I am probably justified in raising my rates, which haven’t really changed for – I am embarrassed to admit – 8 years. The first time I tried to raise my rates, I met with so much push back that it put me off trying again for quite some time. In fact, it resulted in this particular client hiring me at the new rate but telling me to limit the time I worked on the project (so that the final fee was about the same). Ugh. Really? I am going to take your project, work on it for X amount of hours, and then, no matter what state the project might be in, stop working and send it back to you? Really? At the risk of losing a pretty regular client, I tried to work faster to get everything done in the stipulated time frame–showing the client they get what they pay for–but I am always anxious that working faster also means producing poorer quality work. Which is definitely NOT a precedent I’d like to set.

The most recent experience involved me butting heads with client’s HR and the “company policy” that could not be changed no matter how valuable my services might be, so sorry. Again, I backed off because the project was a pretty big one and I didn’t want to  miss out and wonder where I was going to make up the income.

Now, I realize that this is no way to run a business, particularly now that this business is my sole source of income. I hate rocking the boat, but I know that when I fail to negotiate, I may be perceived as an amateur who doesn’t even recognize her own value. The business side of freelancing is really doing my head in.

To raise my rates, I think the easiest way is to go back and look at all of my service agreements, find the ones with rates that need to be changed, and for those that are about to expire, renew at the higher rates. I just have to be confident that I will find new clients who will accept my rates, knowing that they are getting a quality service.

For the project-based fees, I need to write out exactly what the fee includes, and if the fee is low, then the scope of work will need to be smaller. I need to make sure that my time is spent wisely, and that my effective hourly rate doesn’t shrink down to ridiculous.

So there is the glimpse of the pricing chaos in my head. I really know what I need to do, I just need the confidence to be the savvy business woman who can do it.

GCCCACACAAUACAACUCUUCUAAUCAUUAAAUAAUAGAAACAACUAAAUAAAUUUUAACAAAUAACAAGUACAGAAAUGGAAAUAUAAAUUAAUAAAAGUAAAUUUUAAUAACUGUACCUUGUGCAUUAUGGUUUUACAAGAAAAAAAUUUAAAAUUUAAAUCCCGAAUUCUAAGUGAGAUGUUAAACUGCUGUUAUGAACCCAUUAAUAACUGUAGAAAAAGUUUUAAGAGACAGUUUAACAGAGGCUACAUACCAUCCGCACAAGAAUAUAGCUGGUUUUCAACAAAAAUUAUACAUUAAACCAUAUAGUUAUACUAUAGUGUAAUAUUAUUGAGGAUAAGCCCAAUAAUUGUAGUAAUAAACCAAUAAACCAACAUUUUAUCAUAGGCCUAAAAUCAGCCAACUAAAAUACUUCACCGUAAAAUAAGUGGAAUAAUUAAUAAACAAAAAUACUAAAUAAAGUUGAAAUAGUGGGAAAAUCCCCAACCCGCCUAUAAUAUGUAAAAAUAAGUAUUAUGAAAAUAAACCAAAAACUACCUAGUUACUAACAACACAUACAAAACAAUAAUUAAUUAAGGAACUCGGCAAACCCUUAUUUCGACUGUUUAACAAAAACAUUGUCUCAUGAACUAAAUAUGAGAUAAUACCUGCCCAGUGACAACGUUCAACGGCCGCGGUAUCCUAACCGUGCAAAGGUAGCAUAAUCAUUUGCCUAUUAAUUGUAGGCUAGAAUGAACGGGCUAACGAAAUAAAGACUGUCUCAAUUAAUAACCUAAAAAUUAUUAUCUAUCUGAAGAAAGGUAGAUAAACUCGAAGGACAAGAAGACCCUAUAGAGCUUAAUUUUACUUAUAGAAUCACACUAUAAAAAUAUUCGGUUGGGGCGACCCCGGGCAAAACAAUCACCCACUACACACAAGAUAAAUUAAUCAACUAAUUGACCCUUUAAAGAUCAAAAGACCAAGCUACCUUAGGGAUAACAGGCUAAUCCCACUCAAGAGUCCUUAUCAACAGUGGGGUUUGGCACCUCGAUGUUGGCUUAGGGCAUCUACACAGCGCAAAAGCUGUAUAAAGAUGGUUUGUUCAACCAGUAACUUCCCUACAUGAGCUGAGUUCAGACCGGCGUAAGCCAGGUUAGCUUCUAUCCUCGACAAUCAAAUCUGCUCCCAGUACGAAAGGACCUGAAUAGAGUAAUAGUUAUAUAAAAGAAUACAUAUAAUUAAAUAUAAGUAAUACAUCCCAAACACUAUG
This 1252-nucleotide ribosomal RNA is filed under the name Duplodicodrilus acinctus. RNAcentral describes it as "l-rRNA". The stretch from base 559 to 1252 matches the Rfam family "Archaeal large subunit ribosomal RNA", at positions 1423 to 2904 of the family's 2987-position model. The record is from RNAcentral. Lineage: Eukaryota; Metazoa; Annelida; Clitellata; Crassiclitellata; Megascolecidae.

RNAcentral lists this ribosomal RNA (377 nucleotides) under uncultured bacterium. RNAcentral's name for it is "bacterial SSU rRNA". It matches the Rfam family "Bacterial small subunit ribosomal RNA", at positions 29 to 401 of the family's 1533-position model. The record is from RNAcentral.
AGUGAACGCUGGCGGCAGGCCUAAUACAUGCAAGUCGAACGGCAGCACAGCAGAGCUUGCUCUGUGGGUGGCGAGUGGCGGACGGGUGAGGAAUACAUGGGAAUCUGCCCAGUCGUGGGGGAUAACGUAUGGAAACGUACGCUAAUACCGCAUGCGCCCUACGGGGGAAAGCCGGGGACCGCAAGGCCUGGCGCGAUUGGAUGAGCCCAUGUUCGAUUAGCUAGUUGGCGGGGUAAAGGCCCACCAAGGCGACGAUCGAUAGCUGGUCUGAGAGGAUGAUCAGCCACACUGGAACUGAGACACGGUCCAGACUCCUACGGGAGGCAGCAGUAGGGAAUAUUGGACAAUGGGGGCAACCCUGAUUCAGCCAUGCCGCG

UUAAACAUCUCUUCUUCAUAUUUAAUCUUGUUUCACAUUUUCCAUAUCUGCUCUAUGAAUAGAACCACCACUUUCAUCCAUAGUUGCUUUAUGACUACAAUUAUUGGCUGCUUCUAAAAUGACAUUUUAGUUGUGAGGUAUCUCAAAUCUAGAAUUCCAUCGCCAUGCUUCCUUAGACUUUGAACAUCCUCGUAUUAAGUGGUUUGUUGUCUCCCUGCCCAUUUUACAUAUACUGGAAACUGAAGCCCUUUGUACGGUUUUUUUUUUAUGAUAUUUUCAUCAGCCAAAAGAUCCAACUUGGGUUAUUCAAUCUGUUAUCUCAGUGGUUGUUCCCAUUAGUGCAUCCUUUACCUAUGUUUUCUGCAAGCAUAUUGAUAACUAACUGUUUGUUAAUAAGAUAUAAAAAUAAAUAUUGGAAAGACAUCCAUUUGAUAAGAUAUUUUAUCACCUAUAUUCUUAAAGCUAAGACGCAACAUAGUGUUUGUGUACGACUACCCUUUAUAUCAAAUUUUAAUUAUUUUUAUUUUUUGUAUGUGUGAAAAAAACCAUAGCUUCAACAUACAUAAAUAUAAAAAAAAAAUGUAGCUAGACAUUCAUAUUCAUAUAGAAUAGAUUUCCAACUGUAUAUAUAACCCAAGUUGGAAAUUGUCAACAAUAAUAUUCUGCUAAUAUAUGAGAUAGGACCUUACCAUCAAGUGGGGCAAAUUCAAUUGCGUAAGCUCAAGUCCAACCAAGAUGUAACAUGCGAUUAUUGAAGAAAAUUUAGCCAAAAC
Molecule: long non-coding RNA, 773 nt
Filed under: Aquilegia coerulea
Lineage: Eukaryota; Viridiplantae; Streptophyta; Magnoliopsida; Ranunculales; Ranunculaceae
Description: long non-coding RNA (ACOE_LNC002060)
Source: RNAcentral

Burning out and booting up

It’s been a while – I’ve been busy. That’s an understatement, actually. I’ve been swamped. Overloaded. Overbooked. Overwhelmed. You get the picture. I don’t know what happened, but my schedule somehow went bonkers. Either I need a better project tracking system (any suggestions?) or I need to remind myself more often how many hours there are in a day and how many of those hours must be scheduled for sleep.

After many, many days in a row with no break, and realizing that it’s not letting up any time soon, I am starting to burn out. Don’t get me wrong, I am definitely NOT complaining about being busy. It’s being too busy for long periods of time that ends up killing me. And in this most recent stretch, my laptop decided it was burnt out too. So there I was at Best Buy on a Sunday evening, one hour before closing, frantically trying to figure out if my laptop could be resurrected or if I could buy a new one and get it set up ASAP. I’m sure the salespeople saw me walk in, wild-eyed and crazed, and decided I was an easy commission – I think I was being helped by 3 different people at one point.

Anyway, I ended up buying a new laptop and rushing home to set it up and get back to my  two projects with deadlines on Monday. I got everything plugged in, and hoped that I could at least get Word up and running. I will spare you a full description of the hysteria and tears. (tip: keep all your product keys somewhere safe, and if you move, attach them to your person until you get to your new house and put them somewhere safe).